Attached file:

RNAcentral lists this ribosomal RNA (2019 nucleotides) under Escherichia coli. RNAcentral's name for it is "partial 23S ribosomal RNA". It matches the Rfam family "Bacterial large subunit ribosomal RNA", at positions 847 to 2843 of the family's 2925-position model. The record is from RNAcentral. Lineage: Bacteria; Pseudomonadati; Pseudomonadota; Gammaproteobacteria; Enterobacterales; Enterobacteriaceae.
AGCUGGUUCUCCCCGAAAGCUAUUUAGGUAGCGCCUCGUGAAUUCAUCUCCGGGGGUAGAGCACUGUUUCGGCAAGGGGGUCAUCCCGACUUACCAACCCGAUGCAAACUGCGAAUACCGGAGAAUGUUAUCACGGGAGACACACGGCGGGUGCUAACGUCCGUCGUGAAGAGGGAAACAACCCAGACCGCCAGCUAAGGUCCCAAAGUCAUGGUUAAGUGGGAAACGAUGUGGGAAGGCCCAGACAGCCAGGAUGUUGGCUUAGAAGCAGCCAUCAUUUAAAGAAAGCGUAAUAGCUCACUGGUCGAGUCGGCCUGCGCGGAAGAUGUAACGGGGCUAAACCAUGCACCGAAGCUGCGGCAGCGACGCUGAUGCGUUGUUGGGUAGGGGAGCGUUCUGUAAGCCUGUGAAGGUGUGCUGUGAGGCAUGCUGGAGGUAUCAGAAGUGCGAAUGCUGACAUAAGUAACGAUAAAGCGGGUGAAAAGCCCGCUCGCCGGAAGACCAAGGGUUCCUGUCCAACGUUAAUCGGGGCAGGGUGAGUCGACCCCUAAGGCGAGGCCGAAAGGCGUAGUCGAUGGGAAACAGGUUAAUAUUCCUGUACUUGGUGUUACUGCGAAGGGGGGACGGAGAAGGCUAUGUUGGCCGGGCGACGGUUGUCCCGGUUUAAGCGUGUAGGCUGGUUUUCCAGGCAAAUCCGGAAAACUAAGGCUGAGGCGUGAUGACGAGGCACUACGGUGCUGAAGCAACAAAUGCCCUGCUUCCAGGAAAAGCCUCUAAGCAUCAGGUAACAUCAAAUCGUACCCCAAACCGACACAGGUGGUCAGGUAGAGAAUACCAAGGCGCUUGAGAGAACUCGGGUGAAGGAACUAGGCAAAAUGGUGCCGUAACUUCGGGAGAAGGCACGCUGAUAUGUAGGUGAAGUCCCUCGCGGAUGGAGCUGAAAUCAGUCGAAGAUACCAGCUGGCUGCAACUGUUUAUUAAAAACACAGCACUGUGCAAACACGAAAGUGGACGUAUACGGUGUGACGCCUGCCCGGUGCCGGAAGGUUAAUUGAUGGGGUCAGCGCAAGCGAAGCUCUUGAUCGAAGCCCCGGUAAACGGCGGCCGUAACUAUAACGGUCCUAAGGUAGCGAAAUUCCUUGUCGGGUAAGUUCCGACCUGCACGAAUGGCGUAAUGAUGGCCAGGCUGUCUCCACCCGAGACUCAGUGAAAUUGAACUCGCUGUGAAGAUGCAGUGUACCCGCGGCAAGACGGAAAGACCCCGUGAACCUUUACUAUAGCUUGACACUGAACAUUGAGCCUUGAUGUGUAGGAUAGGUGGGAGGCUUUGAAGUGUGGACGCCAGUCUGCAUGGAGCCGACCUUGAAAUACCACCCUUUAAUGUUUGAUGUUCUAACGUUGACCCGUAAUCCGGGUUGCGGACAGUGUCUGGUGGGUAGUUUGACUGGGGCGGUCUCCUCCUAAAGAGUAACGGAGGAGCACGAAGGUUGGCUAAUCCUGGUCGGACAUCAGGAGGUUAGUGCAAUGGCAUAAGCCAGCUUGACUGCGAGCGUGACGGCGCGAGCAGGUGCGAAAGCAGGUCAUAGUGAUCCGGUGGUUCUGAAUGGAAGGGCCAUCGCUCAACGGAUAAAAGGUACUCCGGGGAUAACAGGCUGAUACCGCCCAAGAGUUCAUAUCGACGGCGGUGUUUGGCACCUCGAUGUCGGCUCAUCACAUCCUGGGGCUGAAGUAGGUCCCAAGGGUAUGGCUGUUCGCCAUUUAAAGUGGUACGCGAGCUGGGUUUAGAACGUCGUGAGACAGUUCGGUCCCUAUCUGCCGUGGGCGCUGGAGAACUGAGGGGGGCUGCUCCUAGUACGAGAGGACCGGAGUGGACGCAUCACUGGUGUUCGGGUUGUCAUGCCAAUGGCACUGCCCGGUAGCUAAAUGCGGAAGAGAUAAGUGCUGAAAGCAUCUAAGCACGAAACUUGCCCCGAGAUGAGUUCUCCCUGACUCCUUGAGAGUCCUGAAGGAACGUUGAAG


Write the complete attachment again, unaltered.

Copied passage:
RNAcentral lists this ribosomal RNA (2019 nucleotides) under Escherichia coli. RNAcentral's name for it is "partial 23S ribosomal RNA". It matches the Rfam family "Bacterial large subunit ribosomal RNA", at positions 847 to 2843 of the family's 2925-position model. The record is from RNAcentral. Lineage: Bacteria; Pseudomonadati; Pseudomonadota; Gammaproteobacteria; Enterobacterales; Enterobacteriaceae.
AGCUGGUUCUCCCCGAAAGCUAUUUAGGUAGCGCCUCGUGAAUUCAUCUCCGGGGGUAGAGCACUGUUUCGGCAAGGGGGUCAUCCCGACUUACCAACCCGAUGCAAACUGCGAAUACCGGAGAAUGUUAUCACGGGAGACACACGGCGGGUGCUAACGUCCGUCGUGAAGAGGGAAACAACCCAGACCGCCAGCUAAGGUCCCAAAGUCAUGGUUAAGUGGGAAACGAUGUGGGAAGGCCCAGACAGCCAGGAUGUUGGCUUAGAAGCAGCCAUCAUUUAAAGAAAGCGUAAUAGCUCACUGGUCGAGUCGGCCUGCGCGGAAGAUGUAACGGGGCUAAACCAUGCACCGAAGCUGCGGCAGCGACGCUGAUGCGUUGUUGGGUAGGGGAGCGUUCUGUAAGCCUGUGAAGGUGUGCUGUGAGGCAUGCUGGAGGUAUCAGAAGUGCGAAUGCUGACAUAAGUAACGAUAAAGCGGGUGAAAAGCCCGCUCGCCGGAAGACCAAGGGUUCCUGUCCAACGUUAAUCGGGGCAGGGUGAGUCGACCCCUAAGGCGAGGCCGAAAGGCGUAGUCGAUGGGAAACAGGUUAAUAUUCCUGUACUUGGUGUUACUGCGAAGGGGGGACGGAGAAGGCUAUGUUGGCCGGGCGACGGUUGUCCCGGUUUAAGCGUGUAGGCUGGUUUUCCAGGCAAAUCCGGAAAACUAAGGCUGAGGCGUGAUGACGAGGCACUACGGUGCUGAAGCAACAAAUGCCCUGCUUCCAGGAAAAGCCUCUAAGCAUCAGGUAACAUCAAAUCGUACCCCAAACCGACACAGGUGGUCAGGUAGAGAAUACCAAGGCGCUUGAGAGAACUCGGGUGAAGGAACUAGGCAAAAUGGUGCCGUAACUUCGGGAGAAGGCACGCUGAUAUGUAGGUGAAGUCCCUCGCGGAUGGAGCUGAAAUCAGUCGAAGAUACCAGCUGGCUGCAACUGUUUAUUAAAAACACAGCACUGUGCAAACACGAAAGUGGACGUAUACGGUGUGACGCCUGCCCGGUGCCGGAAGGUUAAUUGAUGGGGUCAGCGCAAGCGAAGCUCUUGAUCGAAGCCCCGGUAAACGGCGGCCGUAACUAUAACGGUCCUAAGGUAGCGAAAUUCCUUGUCGGGUAAGUUCCGACCUGCACGAAUGGCGUAAUGAUGGCCAGGCUGUCUCCACCCGAGACUCAGUGAAAUUGAACUCGCUGUGAAGAUGCAGUGUACCCGCGGCAAGACGGAAAGACCCCGUGAACCUUUACUAUAGCUUGACACUGAACAUUGAGCCUUGAUGUGUAGGAUAGGUGGGAGGCUUUGAAGUGUGGACGCCAGUCUGCAUGGAGCCGACCUUGAAAUACCACCCUUUAAUGUUUGAUGUUCUAACGUUGACCCGUAAUCCGGGUUGCGGACAGUGUCUGGUGGGUAGUUUGACUGGGGCGGUCUCCUCCUAAAGAGUAACGGAGGAGCACGAAGGUUGGCUAAUCCUGGUCGGACAUCAGGAGGUUAGUGCAAUGGCAUAAGCCAGCUUGACUGCGAGCGUGACGGCGCGAGCAGGUGCGAAAGCAGGUCAUAGUGAUCCGGUGGUUCUGAAUGGAAGGGCCAUCGCUCAACGGAUAAAAGGUACUCCGGGGAUAACAGGCUGAUACCGCCCAAGAGUUCAUAUCGACGGCGGUGUUUGGCACCUCGAUGUCGGCUCAUCACAUCCUGGGGCUGAAGUAGGUCCCAAGGGUAUGGCUGUUCGCCAUUUAAAGUGGUACGCGAGCUGGGUUUAGAACGUCGUGAGACAGUUCGGUCCCUAUCUGCCGUGGGCGCUGGAGAACUGAGGGGGGCUGCUCCUAGUACGAGAGGACCGGAGUGGACGCAUCACUGGUGUUCGGGUUGUCAUGCCAAUGGCACUGCCCGGUAGCUAAAUGCGGAAGAGAUAAGUGCUGAAAGCAUCUAAGCACGAAACUUGCCCCGAGAUGAGUUCUCCCUGACUCCUUGAGAGUCCUGAAGGAACGUUGAAG